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Food Science & Innovation Weekly News Round-up - Feb. 14 2019

Each week we collect the top stories and latest news in food trends and production, making it easy for you to stay current on science and innovation.

Why the secret to your mental health is in your gut

It’s no coincidence that the feelings we have in our head often manifest in our gut: They're actually evidence of the gut-brain axis, a theory taking root in modern medicinal practices that shows our gut and our brain are more connected than we thought. Clinical studies are now validating what many people have known all along: that the gut truly is a “second brain” and acts as a mirror to what is going on in our mind. Read more at Organic Authority

How to eat your way to a healthy gut

Science has a ways to go before we know exactly what nutrition is best to support gut health. It would seem feeding our microbes with a diverse diet and creating a comfortable environment for them seems the right thing to do. But it may be easier said than done. Gut health and microbiome researchers suggest the following foods can help “hack” your gut bacteria: probiotics, prebiotics, plentiful fruits and vegetables and fermented foods. Read more at BBC

Clean beverage sector to grow in 2019

When it comes to beverages, clean is the new choice for consumers everywhere. Savvy, label-reading consumers are taking time to choose food products with cleaner labels and ingredients and are quick to shift loyalties if the products do not meet their criteria. Natural Marketing Institute research shows that almost 54 percent of Americans look for such clean labels in their search for "real" foods and beverages. Plant-based beverages are also among those that are making significant headway in the market. Read more at MultiBriefs

Watch your language: Tasty words lure people to healthier foods

Rich and zesty or low fat and vegan? Clever marketing with mouthwatering words can boost sales of plant-based dishes by more than 70 percent, according to a recent study from the World Resources Institute’s Better Buying Lab, which is aiming to get people to eat more sustainable foods. Currently, the predominant language is “meat-free”, “vegan” and “vegetarian”, which is not typically associated with deliciousness. Language isn’t a silver bullet, but words can play a key role in reframing the food and luring in a whole new set of the population. Read more at Reuters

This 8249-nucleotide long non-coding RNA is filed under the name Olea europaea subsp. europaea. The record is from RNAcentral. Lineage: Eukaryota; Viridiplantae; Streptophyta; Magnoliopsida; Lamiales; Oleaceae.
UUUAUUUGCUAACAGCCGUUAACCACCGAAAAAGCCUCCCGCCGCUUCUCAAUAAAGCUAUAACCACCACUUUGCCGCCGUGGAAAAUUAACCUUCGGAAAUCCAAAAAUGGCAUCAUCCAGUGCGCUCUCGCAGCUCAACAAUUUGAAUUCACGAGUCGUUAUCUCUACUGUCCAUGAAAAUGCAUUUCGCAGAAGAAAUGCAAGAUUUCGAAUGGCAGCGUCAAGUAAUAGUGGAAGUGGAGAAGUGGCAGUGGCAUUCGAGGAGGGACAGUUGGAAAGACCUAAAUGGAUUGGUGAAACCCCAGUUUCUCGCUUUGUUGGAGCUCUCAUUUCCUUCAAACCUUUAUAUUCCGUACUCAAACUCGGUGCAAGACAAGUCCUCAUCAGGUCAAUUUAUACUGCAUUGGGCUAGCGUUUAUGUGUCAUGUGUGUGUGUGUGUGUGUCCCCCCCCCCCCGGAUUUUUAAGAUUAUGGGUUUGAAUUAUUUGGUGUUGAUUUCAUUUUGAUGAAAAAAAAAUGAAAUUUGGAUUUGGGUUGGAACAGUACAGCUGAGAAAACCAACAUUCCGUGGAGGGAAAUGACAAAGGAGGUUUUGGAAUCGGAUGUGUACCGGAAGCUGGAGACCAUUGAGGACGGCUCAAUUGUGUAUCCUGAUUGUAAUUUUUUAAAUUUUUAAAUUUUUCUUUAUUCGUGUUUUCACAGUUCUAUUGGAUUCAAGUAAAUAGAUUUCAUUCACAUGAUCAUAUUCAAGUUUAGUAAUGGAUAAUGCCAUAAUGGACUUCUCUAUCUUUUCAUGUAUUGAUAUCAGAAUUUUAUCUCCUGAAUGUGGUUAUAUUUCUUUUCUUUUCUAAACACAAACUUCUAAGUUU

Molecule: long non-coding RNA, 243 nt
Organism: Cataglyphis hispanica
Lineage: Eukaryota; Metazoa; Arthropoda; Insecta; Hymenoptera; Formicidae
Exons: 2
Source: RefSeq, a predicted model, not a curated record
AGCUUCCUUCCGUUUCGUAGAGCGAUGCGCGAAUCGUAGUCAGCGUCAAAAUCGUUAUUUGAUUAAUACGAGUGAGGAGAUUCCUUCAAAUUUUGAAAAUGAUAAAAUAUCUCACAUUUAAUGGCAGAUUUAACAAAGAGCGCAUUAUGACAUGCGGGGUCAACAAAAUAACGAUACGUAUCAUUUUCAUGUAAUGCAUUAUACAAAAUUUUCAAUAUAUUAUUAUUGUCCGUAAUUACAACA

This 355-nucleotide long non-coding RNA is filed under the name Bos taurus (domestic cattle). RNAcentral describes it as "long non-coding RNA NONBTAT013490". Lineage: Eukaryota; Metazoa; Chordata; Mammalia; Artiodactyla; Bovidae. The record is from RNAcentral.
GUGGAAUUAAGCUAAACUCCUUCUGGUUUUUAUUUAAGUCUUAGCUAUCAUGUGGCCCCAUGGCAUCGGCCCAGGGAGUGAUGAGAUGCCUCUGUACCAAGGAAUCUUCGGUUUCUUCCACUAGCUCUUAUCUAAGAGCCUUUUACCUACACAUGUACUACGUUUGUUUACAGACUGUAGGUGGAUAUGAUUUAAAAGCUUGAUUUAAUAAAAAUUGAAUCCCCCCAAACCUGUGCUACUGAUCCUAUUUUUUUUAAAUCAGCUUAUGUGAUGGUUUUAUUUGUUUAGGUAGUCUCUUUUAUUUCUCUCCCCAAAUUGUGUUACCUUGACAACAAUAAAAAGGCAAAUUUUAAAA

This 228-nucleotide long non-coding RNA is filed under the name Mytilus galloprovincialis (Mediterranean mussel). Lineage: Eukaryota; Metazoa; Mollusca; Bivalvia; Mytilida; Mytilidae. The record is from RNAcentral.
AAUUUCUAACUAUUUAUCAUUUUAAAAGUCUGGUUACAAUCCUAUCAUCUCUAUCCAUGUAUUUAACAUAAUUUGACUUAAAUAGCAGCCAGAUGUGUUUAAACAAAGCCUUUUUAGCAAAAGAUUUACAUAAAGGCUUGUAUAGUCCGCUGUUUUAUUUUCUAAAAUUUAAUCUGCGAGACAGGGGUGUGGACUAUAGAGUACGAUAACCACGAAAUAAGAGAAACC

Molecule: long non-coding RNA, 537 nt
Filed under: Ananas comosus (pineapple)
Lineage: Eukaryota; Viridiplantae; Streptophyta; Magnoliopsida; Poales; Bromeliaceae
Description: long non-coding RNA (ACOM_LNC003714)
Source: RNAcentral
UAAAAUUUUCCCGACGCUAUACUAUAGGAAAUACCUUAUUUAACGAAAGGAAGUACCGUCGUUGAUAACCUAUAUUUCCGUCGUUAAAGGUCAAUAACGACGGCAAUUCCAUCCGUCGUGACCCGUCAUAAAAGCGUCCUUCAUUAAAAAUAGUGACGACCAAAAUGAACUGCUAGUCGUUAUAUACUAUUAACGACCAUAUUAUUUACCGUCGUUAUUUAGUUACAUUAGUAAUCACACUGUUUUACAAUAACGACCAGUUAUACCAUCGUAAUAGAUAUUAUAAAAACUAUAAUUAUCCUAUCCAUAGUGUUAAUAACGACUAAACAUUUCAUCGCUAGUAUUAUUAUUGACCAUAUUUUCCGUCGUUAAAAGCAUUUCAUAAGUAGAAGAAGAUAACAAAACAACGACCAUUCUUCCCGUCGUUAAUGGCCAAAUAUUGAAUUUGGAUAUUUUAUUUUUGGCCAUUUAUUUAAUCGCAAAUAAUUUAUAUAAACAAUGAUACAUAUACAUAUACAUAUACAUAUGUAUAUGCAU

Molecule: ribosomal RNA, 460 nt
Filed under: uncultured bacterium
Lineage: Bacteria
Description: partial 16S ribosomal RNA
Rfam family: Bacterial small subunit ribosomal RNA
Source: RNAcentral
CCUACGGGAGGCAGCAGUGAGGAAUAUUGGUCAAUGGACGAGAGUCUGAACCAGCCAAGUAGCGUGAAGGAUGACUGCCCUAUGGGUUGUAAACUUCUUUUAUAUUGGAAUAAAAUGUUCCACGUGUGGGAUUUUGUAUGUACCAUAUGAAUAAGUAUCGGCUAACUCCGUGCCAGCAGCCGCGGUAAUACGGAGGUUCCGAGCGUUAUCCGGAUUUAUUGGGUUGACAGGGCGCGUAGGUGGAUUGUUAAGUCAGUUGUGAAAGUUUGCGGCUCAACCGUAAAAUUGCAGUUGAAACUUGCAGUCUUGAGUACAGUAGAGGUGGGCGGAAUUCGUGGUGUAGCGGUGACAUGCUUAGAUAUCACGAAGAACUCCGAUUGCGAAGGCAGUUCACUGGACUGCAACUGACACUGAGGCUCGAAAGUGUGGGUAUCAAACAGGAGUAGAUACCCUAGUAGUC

Cargill, WFP accepting applications for solutions to end world hunger

The World Food Program (WFP) Innovation Accelerator and Cargill are accepting applications for the Global Innovation Challenge for Zero Hunger, through February 28. The goal is for start-ups, private companies and NGOs to submit solutions that can sustainably lift people out of hunger. WFP says this is a critical problem for every organization with a global interest, no matter what sector. The organization believes the only way to solve the issues is with a private sector that is integrally engaged and involved. Read more at World Grain

Takeaways: All about Texture

Prepared foods is one of the fastest-growing segments in the global food industry, thanks to busy consumers seeking convenient, nutritious and time-saving options in the form of frozen, refrigerated and shelf-stable products. Consumers may want convenience in the kitchen, but they still desire foods with homemade textures and simple ingredient decks. Both established brands and newcomers to the segment need to consider its quickly evolving market dynamics as well as understand both formulation challenges and ingredient functionality. Read more at NaturalProductsINSIDER

Proposed bill would ban sugary drinks from kids’ menus

A proposed bill in the Connecticut State House would completely remove sugary beverages including soft drinks, chocolate milk and juice from children’s menus in the state and prohibit them from being served in children’s meals. Instead, restaurants would only be allowed to offer “water, sparkling water, flavored water with no added sweeteners, unflavored milk or a nondairy milk alternative. The bill does state that customers are allowed to purchase sugary beverages from the adult menu if desired. Read more at Fox News

You don’t have to go no carb: Instead, think slow carb

It's now trendy to eat a low-carb, even no carb, diet. And, it’s true, this can lead to quick weight loss. But ditching carbs is tough. On average, adults in the U.S. get about 50 percent of their daily calories from carbohydrates. And, if you truly cut out all carbs, you'll have to give up fruits, vegetables, whole grains and beans — the building blocks of a healthy diet. The answer may be in choosing slow carbs, such as fruits, vegetables, beans, and whole grains that take longer to digest and have less impact on blood sugar, insulin levels and calorie count. Read more at NPR

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